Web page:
The Descendants, Alexander Payne's eagerly anticipated followup to Sideways, tells a sad, drawn out tale of grief and growth with a mellow Hawaiian flavour.
Plenty of critics have sounded off on The Descendants as a triumph on par with Sideways, but for whatever reason, something about this film did not ring true for me. Maybe it was the unevenness of the dramatic and comedic elements. Maybe it was the awkward beats in the editing. Maybe it was the constant interjection of those soothing acoustic tunes on the soundtrack which, pleasant though they may be, persistently undermined the drama Payne was trying to convey. Maybe it was a combination of these things and more. I get the feeling that there's a lot of genuine emotion to be felt from this movie, but I was just not feeling it.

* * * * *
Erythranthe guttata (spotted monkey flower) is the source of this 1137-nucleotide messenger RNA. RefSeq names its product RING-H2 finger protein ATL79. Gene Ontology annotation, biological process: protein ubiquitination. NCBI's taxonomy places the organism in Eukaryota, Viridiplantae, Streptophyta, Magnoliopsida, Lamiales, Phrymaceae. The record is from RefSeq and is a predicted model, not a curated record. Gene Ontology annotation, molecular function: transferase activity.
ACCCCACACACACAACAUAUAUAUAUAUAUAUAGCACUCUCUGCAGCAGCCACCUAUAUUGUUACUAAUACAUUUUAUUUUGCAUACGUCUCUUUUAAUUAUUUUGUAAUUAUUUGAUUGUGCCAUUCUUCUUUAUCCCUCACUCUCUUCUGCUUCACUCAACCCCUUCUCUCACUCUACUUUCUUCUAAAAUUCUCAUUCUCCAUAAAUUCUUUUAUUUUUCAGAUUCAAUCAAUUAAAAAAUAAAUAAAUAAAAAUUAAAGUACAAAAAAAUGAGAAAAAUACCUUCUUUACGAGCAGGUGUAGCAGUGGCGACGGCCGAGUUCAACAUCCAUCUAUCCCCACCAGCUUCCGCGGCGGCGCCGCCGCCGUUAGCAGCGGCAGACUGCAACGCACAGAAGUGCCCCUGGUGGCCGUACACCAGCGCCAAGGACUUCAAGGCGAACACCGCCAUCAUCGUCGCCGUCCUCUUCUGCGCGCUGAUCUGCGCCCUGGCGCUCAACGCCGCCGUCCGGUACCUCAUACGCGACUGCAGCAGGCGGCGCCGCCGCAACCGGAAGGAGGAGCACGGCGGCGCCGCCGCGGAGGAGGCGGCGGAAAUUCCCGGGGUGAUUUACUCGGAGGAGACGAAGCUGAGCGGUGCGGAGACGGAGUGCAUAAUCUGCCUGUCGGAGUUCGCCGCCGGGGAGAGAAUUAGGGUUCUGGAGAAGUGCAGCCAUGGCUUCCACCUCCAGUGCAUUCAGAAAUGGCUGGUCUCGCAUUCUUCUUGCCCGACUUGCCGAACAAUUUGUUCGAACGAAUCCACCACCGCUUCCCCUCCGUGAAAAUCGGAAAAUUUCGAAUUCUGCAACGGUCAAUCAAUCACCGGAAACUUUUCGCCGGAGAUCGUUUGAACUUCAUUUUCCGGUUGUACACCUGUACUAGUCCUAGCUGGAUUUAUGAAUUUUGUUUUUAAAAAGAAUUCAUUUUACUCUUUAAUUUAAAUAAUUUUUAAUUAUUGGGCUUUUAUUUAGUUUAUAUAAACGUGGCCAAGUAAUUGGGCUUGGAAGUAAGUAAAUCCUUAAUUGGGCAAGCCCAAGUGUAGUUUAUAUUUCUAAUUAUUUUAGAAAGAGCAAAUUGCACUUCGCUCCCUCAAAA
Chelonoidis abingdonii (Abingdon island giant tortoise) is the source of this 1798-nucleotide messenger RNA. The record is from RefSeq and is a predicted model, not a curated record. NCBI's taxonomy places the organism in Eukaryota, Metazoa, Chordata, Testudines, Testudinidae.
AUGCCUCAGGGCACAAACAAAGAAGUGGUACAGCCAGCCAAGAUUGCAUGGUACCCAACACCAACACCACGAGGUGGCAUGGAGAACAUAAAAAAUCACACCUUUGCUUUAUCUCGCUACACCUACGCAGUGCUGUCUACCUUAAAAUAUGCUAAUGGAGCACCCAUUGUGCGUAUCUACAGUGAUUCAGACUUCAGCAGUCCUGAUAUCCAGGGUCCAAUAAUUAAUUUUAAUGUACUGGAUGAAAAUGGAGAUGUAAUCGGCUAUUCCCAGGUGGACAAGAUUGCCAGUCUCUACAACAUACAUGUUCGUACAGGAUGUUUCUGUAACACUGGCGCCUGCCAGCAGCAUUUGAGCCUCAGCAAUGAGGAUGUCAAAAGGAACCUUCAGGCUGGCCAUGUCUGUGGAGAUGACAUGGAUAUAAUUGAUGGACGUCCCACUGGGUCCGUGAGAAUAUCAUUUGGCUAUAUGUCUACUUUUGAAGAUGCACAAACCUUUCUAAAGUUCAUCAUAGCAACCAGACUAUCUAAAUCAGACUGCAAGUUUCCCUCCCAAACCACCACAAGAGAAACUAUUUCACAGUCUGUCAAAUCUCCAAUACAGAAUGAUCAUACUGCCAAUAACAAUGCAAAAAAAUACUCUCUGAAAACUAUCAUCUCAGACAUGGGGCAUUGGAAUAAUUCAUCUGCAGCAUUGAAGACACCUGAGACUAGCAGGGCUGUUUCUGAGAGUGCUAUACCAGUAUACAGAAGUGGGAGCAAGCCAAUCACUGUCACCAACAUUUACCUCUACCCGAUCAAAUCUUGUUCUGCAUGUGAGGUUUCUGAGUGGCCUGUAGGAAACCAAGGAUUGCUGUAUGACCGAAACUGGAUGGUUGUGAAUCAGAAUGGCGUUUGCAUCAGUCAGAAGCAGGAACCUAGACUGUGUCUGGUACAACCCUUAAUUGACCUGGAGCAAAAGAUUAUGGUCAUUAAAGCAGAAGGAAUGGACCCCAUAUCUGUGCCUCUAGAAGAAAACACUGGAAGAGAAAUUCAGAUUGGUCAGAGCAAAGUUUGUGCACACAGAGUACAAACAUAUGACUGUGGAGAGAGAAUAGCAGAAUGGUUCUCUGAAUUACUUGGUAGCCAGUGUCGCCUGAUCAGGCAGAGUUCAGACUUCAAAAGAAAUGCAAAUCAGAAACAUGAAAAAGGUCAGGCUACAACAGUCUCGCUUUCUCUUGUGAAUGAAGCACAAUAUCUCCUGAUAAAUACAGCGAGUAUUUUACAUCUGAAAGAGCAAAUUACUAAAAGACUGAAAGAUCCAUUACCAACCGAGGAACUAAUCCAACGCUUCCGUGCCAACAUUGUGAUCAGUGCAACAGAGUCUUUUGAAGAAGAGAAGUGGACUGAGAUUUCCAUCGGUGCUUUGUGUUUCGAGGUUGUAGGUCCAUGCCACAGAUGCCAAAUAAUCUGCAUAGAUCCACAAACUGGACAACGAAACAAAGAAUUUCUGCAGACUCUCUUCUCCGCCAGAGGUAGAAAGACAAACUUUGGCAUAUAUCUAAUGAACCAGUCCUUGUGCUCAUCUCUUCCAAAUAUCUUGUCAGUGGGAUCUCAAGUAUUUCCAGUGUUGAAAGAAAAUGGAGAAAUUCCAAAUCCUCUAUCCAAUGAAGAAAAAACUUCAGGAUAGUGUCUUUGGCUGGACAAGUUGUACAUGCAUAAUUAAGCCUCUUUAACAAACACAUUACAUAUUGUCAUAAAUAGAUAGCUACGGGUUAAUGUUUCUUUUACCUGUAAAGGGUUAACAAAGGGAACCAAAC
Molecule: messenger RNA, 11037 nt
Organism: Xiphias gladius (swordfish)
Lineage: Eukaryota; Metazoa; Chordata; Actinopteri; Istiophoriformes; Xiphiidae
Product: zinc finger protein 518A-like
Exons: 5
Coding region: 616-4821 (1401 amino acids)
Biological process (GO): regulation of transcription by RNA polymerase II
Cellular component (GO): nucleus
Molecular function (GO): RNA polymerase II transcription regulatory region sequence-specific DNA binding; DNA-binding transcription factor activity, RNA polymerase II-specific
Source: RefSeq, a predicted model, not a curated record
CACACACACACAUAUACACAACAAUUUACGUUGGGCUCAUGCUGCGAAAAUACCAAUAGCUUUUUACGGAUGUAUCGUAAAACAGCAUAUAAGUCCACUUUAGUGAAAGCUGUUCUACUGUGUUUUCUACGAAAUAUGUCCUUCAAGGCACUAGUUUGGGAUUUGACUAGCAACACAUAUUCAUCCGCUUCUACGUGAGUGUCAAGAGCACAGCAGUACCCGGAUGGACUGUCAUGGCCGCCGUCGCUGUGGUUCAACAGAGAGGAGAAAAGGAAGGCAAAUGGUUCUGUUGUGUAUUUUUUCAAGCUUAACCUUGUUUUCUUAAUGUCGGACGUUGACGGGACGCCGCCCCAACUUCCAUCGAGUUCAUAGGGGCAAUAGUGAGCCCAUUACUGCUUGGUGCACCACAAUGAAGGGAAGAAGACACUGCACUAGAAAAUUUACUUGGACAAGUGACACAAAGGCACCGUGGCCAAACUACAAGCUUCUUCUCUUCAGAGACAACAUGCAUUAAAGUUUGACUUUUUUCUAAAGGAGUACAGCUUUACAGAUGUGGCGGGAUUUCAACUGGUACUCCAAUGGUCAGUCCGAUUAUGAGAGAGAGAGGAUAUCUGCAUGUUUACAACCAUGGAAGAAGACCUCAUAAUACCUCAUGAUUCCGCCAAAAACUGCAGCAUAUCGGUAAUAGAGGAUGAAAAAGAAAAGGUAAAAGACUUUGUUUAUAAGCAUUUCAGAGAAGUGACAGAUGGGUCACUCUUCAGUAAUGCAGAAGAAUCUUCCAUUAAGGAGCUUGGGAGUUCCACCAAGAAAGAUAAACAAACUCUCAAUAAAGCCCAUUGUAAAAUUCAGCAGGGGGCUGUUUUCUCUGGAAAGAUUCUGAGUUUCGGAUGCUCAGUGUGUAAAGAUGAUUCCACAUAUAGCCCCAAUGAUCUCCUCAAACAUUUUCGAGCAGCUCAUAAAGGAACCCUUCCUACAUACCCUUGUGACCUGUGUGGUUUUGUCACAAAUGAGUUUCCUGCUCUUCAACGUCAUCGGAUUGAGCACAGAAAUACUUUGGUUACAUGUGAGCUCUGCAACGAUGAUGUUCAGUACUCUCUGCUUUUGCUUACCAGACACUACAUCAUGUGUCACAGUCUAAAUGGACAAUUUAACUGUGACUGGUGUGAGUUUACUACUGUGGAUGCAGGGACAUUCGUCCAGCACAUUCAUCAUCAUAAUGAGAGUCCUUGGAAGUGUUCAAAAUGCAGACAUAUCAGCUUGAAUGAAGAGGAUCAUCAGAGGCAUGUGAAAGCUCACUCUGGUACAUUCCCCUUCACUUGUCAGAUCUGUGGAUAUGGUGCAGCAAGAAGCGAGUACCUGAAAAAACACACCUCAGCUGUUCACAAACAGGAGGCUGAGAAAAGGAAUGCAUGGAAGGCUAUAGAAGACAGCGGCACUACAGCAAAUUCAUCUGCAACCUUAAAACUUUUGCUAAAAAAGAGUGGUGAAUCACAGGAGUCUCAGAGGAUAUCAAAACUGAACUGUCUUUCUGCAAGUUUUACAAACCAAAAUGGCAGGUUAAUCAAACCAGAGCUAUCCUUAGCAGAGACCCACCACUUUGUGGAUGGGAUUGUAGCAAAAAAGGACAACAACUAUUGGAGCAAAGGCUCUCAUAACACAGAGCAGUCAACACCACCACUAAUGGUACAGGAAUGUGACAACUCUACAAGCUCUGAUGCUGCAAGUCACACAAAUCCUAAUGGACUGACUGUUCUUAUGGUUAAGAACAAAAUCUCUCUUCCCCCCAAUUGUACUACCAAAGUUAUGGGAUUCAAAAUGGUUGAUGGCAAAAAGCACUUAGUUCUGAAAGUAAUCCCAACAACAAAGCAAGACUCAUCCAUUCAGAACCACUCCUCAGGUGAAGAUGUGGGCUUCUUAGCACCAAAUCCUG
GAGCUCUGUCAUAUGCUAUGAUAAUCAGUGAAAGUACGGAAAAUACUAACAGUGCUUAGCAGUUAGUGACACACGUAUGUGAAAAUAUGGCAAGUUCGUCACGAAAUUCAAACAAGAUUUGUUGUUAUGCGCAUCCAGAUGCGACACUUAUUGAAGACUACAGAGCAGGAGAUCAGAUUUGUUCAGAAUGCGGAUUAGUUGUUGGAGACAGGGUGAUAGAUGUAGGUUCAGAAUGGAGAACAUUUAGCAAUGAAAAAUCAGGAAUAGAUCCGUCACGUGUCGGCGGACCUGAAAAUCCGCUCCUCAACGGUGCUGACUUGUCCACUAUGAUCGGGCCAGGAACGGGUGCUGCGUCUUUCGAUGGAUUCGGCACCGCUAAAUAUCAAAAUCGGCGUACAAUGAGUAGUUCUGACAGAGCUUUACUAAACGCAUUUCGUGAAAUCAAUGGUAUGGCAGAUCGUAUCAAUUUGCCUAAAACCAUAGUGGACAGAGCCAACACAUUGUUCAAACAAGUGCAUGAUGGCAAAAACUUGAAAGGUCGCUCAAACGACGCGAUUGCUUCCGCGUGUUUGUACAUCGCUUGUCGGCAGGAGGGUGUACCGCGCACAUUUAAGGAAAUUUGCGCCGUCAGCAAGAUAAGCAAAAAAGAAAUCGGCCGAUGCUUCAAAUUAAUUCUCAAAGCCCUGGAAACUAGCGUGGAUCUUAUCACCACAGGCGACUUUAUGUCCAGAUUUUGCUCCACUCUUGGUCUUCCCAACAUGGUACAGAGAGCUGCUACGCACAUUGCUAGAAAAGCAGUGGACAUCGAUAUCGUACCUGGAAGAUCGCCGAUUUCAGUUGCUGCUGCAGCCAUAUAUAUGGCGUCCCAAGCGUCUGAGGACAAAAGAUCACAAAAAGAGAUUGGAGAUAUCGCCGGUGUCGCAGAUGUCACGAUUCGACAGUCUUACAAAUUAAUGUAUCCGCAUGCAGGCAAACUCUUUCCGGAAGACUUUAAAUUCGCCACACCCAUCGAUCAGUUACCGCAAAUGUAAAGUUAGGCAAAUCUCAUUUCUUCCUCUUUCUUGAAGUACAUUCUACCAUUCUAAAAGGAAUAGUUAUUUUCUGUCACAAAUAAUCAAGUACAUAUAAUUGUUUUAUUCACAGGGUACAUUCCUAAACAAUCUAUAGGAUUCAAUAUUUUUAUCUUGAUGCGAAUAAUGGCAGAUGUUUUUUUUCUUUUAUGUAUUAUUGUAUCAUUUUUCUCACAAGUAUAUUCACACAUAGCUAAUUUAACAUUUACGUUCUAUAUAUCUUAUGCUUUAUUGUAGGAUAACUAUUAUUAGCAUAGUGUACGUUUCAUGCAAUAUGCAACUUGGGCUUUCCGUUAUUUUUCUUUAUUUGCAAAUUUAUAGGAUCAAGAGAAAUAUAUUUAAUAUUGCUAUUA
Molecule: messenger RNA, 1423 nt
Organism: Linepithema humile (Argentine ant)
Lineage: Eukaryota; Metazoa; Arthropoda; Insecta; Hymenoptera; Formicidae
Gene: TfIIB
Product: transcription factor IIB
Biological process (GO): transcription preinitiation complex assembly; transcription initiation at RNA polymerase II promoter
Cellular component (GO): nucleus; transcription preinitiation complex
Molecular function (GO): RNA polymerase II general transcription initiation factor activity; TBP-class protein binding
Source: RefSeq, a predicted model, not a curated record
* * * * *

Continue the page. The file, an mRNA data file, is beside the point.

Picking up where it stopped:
The cast felt somewhat inconsistent. Perhaps you could chalk this up to the way the characters were written, or to direction more than anything else, but few of the actors gave performances that held me 100 % of the time. Clooney, of course, is the important exception. He's very good as a man who doesn't understand how to express his sorrow. Shailene Woodley has some strong moments as his embittered daughter, and Robert Forster nails his two short scenes as the blame-laying father in law. Otherwise, the movie usually comes off as plain.
**1/2 out of ****